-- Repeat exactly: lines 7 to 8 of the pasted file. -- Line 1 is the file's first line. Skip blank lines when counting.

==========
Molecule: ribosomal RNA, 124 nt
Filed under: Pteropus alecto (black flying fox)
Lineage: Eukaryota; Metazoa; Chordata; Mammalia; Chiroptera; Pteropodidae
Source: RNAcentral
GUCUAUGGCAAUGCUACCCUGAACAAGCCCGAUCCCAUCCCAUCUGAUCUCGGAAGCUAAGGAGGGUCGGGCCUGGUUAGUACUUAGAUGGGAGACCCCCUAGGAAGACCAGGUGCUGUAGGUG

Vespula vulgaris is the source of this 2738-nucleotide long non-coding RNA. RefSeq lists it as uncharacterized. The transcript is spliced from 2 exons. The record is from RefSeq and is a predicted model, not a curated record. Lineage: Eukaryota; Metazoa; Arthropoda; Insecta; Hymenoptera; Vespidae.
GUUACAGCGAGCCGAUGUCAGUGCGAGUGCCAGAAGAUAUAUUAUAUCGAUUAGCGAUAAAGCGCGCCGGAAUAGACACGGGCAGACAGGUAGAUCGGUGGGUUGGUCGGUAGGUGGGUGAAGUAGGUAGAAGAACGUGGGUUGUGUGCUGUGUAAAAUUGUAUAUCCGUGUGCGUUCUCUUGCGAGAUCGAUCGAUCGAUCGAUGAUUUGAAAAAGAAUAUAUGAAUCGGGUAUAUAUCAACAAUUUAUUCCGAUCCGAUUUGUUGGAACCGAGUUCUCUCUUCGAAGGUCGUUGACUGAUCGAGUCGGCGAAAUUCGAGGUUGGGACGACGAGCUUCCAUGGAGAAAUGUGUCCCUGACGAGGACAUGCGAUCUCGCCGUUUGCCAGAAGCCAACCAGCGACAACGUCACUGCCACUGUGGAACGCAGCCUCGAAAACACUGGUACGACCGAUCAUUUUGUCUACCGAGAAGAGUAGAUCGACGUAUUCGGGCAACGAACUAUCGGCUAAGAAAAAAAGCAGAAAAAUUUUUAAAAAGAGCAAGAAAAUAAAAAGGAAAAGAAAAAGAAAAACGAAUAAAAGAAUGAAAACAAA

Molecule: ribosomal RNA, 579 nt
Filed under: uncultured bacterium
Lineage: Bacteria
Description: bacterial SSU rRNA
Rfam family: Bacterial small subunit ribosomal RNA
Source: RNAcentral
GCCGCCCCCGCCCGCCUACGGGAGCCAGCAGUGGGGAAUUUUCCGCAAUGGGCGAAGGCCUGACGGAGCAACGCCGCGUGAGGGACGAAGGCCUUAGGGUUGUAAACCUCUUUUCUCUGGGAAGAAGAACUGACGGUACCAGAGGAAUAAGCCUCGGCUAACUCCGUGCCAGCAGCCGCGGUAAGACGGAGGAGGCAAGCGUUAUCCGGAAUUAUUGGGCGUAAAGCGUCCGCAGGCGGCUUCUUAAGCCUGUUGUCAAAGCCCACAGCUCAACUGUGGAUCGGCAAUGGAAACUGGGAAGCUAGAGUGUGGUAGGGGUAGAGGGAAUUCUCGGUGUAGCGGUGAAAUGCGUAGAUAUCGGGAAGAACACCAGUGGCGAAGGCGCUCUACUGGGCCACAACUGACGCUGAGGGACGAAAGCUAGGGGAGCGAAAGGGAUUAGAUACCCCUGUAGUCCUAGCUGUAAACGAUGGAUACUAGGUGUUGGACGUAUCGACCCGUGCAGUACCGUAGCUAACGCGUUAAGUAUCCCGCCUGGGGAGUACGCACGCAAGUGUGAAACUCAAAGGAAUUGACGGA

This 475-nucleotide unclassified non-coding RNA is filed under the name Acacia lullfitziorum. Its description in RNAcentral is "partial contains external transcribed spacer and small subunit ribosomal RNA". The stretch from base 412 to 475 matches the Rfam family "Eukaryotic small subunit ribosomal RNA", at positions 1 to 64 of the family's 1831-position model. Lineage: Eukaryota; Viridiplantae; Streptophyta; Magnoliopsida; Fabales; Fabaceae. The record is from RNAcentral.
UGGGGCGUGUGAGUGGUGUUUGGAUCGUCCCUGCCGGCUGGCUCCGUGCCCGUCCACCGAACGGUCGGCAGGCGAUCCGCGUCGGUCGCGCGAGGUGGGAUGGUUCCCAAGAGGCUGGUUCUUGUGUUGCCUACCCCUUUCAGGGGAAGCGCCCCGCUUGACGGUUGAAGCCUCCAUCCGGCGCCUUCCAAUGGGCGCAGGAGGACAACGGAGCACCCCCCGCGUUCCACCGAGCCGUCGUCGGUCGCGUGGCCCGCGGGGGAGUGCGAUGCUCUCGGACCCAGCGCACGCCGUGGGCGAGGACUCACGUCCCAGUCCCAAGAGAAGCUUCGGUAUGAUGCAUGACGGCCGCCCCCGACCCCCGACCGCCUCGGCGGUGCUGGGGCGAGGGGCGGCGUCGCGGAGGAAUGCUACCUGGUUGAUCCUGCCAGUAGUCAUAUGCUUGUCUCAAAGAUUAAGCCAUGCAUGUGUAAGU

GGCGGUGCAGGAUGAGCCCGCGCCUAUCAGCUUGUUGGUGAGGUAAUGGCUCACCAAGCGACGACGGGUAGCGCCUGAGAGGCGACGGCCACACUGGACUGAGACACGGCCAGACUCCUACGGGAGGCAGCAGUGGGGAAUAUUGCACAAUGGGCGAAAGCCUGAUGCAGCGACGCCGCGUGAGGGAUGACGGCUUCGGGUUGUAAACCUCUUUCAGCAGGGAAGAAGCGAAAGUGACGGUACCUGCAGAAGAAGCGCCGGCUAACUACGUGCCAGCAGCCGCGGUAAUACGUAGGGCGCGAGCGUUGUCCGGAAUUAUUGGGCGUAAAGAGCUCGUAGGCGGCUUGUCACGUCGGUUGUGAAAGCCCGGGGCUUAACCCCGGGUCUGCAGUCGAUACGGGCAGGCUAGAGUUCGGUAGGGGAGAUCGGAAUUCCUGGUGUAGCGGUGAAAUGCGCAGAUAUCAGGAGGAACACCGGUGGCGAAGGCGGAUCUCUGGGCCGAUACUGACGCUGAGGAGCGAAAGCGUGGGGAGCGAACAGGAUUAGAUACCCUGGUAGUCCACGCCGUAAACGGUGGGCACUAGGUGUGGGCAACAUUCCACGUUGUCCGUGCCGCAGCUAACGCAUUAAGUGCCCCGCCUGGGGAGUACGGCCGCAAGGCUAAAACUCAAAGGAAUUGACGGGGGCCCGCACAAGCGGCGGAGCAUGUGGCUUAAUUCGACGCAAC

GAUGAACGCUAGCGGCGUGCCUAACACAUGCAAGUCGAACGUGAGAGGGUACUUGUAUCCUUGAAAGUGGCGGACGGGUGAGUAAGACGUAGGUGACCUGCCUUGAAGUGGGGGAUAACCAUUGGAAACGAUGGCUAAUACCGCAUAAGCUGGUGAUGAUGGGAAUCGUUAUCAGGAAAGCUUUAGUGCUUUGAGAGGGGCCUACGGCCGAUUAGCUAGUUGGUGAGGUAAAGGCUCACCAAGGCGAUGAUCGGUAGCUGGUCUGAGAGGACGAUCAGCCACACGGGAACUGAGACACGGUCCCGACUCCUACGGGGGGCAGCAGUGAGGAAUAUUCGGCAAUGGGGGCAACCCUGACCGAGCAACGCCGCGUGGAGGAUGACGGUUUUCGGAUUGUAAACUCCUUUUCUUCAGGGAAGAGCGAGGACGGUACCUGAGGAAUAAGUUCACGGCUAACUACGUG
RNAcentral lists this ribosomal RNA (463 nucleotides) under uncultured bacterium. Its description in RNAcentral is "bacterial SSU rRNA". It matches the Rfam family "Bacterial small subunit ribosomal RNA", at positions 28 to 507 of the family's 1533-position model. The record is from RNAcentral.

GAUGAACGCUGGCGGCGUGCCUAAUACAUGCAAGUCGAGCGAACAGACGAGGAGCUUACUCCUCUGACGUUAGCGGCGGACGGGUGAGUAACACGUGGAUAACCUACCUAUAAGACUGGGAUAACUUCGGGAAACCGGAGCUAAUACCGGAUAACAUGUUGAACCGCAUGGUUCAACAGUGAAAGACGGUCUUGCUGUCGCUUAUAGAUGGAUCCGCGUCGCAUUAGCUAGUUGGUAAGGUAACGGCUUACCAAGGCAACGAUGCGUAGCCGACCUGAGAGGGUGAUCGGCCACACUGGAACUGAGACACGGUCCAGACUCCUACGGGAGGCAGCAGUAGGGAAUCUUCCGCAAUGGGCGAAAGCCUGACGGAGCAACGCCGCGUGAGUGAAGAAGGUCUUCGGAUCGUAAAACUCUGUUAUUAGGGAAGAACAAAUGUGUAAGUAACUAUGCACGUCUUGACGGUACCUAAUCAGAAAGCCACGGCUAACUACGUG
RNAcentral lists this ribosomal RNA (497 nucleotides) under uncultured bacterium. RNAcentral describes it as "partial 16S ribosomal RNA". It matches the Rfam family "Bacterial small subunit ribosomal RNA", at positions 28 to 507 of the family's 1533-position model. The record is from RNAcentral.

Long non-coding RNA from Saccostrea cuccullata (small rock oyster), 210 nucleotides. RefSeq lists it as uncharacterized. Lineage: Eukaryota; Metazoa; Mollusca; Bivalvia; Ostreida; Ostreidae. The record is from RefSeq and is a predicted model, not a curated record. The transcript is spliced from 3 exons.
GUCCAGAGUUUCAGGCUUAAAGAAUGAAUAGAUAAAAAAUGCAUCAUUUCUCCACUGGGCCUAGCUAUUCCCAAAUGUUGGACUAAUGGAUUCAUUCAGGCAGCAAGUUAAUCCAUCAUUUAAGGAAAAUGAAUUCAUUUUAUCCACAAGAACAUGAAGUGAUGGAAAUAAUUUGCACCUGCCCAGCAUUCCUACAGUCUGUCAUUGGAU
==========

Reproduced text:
GUUACAGCGAGCCGAUGUCAGUGCGAGUGCCAGAAGAUAUAUUAUAUCGAUUAGCGAUAAAGCGCGCCGGAAUAGACACGGGCAGACAGGUAGAUCGGUGGGUUGGUCGGUAGGUGGGUGAAGUAGGUAGAAGAACGUGGGUUGUGUGCUGUGUAAAAUUGUAUAUCCGUGUGCGUUCUCUUGCGAGAUCGAUCGAUCGAUCGAUGAUUUGAAAAAGAAUAUAUGAAUCGGGUAUAUAUCAACAAUUUAUUCCGAUCCGAUUUGUUGGAACCGAGUUCUCUCUUCGAAGGUCGUUGACUGAUCGAGUCGGCGAAAUUCGAGGUUGGGACGACGAGCUUCCAUGGAGAAAUGUGUCCCUGACGAGGACAUGCGAUCUCGCCGUUUGCCAGAAGCCAACCAGCGACAACGUCACUGCCACUGUGGAACGCAGCCUCGAAAACACUGGUACGACCGAUCAUUUUGUCUACCGAGAAGAGUAGAUCGACGUAUUCGGGCAACGAACUAUCGGCUAAGAAAAAAAGCAGAAAAAUUUUUAAAAAGAGCAAGAAAAUAAAAAGGAAAAGAAAAAGAAAAACGAAUAAAAGAAUGAAAACAAA

Molecule: ribosomal RNA, 579 nt